Despite many variabilities of clinical features and the lack of well-established pathognomonic symptoms, certain evidence may help clinicians to differentiate anti-NMDA receptor encephalitis from previous psychiatric disorders. Unlike gender patterns of primary mental illness [21, 22], most reported cases of newly diagnosed anti-NMDA receptor encephalitis patients with a long-term history of mental disorders were adult females. In our study, anti-NMDA receptor encephalitis with a long-term mental disorder was more prevalent in women (with a female-to-male ratio of 11:3). Women have a higher lifetime prevalence of psychiatric disorders than men [23]. For example, the ratio of women to men with major depression is 1.7:1 [24]. However, the prevalence of anti-NMDA receptor encephalitis is higher in women than the prevalence of psychiatric disorders alone, with a female-to-male ratio of 8:2 [1], which is similar to our findings. Furthermore, psychiatric symptoms subsequently followed by neurological comorbidities, including seizures, dyskinesia, and rapid memory deficits, were frequently noted in anti-NMDA receptor encephalitis with coexisting mental disorders, which was not evident in primary psychiatric disorders [25]. Moreover, most patients included in our study achieved a good prognosis after immunotherapy, while only antipsychotics are effective for primary psychiatric disorders [26]. We propose that in the case of individuals with long-term psychiatric disorders, sudden fluctuations of psychiatric symptoms may serve as a potential warning signal for clinicians to suspect a possible diagnosis of anti-NMDA receptor encephalitis.

Previous research has reported that anti-NMDA receptor encephalitis antibodies have been detected in the serum of 2/70 patients with major depressive disorders [27]. It is of interest to explore the relationship between the presence of such positive serum antibodies in psychiatric patients [27] and anti-NMDA receptor encephalitis with long-term psychiatric patients in our study. We believe the findings of above study may not be specifically associated with patients presenting with anti-NMDA receptor encephalitis in long-term psychosis, for the following reasons. First, the repertoire of anti-NMDA receptor antibody subtypes in the study of 70 patients is different from the specific anti-NR1a IgG autoantibodies that directly caused anti-NMDA receptor encephalitis [28]. Steiner and colleagues demonstrated that 7/121 patients with schizophrenia were positive for anti-NMDA receptor IgA and/or IgM autoantibodies, but not IgG autoantibodies against NR1a (except NR1a/NR2b) [27]. Second, detection of anti-NMDA receptor encephalitis antibodies in CSF is more meaningful for the diagnosis of anti-NMDA receptor encephalitis than in serum [1, 2]. In our study, 93% of patients showed positive anti-NMDA receptor antibodies in the CSF, which is significantly different from the study in which positive antibodies were present in serum [27]. Future studies need to further explore the mechanisms underlying the occurrence of NDMA receptor antibody positivity in psychiatric patients without signs of encephalitis and the relationship of this condition to anti-NMDA receptor encephalitis.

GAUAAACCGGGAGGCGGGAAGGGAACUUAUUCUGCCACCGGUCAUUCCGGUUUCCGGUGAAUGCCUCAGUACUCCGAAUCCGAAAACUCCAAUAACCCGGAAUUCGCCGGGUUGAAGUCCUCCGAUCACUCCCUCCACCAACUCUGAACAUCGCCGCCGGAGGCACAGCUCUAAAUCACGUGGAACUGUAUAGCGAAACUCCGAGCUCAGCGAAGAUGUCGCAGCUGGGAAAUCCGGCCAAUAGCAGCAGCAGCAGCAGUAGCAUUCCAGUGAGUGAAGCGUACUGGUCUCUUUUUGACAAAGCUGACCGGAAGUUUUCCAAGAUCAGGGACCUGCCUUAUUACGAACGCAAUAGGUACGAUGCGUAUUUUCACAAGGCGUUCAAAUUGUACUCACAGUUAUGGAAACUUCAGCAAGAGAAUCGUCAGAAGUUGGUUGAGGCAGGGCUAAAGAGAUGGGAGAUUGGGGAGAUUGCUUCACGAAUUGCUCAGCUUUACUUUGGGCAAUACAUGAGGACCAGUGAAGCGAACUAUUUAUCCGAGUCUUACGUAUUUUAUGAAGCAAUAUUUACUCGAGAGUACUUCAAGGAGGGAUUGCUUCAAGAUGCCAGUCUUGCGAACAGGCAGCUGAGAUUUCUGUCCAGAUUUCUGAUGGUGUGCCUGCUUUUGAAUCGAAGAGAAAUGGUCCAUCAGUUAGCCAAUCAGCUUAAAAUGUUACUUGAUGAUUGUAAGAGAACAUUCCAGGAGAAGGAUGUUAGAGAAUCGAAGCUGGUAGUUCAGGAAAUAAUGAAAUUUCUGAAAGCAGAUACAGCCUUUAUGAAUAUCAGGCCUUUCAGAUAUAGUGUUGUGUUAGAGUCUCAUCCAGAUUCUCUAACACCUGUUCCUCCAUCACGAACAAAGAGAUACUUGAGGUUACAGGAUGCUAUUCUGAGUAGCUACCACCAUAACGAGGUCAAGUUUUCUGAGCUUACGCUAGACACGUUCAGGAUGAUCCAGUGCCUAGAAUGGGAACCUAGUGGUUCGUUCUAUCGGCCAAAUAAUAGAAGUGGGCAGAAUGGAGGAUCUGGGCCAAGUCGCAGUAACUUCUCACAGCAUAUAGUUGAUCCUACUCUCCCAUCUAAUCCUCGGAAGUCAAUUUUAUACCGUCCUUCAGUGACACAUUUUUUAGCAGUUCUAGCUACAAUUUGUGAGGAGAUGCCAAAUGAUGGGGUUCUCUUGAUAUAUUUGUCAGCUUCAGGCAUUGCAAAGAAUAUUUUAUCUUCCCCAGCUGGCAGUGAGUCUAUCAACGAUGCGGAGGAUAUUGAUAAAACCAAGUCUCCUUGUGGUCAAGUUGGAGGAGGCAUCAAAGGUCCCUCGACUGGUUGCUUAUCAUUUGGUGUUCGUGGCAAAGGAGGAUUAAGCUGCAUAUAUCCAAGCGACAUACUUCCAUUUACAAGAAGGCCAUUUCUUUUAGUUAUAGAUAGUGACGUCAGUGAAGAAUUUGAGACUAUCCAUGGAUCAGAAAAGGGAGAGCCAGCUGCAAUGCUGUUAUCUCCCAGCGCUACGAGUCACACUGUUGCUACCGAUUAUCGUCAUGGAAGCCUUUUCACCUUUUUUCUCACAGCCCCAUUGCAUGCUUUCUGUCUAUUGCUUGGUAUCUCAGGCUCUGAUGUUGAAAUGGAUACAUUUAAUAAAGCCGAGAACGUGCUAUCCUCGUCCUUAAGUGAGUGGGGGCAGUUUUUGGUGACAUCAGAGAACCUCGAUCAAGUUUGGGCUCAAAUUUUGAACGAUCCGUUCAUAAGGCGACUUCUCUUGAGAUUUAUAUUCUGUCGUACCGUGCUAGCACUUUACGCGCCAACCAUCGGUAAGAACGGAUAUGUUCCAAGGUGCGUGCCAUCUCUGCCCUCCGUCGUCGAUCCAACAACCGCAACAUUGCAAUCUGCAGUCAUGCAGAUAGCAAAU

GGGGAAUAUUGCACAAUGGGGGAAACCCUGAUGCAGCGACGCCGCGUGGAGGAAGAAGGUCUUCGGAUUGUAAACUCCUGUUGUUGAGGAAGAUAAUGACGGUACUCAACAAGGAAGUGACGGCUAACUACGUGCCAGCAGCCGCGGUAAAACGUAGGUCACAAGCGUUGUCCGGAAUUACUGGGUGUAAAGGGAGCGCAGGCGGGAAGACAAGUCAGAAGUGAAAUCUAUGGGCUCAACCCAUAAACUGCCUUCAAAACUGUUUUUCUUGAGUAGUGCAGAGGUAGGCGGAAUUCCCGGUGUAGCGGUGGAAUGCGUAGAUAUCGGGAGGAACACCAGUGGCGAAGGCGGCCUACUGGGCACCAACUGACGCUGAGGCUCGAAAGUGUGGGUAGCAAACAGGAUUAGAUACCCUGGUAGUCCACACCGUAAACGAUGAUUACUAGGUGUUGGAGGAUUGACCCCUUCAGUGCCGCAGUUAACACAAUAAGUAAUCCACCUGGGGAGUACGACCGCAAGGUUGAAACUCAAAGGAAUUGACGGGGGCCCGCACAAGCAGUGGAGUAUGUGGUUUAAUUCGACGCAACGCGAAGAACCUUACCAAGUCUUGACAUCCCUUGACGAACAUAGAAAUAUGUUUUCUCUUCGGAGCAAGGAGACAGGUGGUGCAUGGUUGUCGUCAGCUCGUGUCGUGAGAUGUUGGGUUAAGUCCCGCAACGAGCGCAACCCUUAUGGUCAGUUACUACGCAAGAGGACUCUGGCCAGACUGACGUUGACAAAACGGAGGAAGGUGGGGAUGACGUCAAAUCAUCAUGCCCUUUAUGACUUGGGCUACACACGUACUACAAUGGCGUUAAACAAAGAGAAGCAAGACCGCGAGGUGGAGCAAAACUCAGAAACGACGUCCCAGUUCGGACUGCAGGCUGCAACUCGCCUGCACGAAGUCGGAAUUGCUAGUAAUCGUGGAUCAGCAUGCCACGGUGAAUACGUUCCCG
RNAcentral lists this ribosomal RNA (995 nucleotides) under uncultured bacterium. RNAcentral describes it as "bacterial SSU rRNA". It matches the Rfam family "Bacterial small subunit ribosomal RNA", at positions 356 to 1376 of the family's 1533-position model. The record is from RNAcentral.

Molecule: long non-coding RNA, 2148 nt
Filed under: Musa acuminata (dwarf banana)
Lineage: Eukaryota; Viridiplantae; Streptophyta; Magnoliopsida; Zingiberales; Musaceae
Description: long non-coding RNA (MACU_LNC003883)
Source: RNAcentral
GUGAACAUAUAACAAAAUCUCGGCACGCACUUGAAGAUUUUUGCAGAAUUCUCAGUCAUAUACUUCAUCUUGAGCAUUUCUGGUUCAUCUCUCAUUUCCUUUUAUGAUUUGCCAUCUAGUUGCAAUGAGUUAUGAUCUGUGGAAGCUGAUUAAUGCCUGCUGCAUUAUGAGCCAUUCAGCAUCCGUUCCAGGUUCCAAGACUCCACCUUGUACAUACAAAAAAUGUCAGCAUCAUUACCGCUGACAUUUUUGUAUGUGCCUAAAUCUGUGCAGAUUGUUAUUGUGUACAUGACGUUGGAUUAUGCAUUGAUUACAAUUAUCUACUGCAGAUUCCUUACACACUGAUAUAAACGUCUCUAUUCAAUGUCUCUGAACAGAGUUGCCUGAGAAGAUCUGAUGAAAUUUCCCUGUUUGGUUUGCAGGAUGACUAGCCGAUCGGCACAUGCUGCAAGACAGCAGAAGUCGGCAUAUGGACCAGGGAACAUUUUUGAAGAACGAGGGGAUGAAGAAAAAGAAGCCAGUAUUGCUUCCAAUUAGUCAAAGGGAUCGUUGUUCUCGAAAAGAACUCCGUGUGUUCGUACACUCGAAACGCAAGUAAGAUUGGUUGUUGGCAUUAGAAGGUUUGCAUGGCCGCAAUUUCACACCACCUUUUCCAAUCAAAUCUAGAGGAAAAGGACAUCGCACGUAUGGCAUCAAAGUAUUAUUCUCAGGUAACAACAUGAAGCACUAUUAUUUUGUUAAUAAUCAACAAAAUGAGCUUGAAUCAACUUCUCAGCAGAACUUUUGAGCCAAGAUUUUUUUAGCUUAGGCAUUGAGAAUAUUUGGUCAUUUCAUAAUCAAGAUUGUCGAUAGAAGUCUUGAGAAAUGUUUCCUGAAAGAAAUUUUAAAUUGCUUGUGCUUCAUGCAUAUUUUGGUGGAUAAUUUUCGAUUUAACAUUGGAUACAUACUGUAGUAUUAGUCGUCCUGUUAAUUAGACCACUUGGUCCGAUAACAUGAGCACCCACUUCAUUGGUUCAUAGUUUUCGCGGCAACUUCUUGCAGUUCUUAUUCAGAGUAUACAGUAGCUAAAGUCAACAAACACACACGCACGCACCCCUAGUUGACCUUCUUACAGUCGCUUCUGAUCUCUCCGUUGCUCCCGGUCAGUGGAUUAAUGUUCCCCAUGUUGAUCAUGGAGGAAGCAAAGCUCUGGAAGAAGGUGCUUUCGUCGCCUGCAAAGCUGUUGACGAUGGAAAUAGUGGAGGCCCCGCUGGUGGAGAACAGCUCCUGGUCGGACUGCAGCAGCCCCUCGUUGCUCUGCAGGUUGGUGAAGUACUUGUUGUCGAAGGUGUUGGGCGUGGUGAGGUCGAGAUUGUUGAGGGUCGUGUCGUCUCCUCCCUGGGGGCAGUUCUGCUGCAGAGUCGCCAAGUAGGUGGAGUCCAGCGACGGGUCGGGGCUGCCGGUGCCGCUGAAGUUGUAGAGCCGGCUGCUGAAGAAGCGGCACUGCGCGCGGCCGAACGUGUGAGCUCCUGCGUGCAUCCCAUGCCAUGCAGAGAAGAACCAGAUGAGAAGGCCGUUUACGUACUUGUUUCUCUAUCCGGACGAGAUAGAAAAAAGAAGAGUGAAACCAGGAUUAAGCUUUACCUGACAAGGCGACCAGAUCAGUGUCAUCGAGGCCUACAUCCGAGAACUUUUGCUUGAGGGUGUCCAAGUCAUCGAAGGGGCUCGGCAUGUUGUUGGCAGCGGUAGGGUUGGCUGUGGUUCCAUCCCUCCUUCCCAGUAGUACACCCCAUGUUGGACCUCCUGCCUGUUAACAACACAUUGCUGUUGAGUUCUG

Immunotherapy, including intravenous immunoglobulin, corticosteroids, plasmapheresis, or immunosuppressant (cyclophosphamide and rituximab), is the main therapeutic option. The majority of the patients in our study achieved satisfactory outcomes after the above therapy, which is consistent with previous studies in pure anti-NMDA receptor encephalitis [2, 28].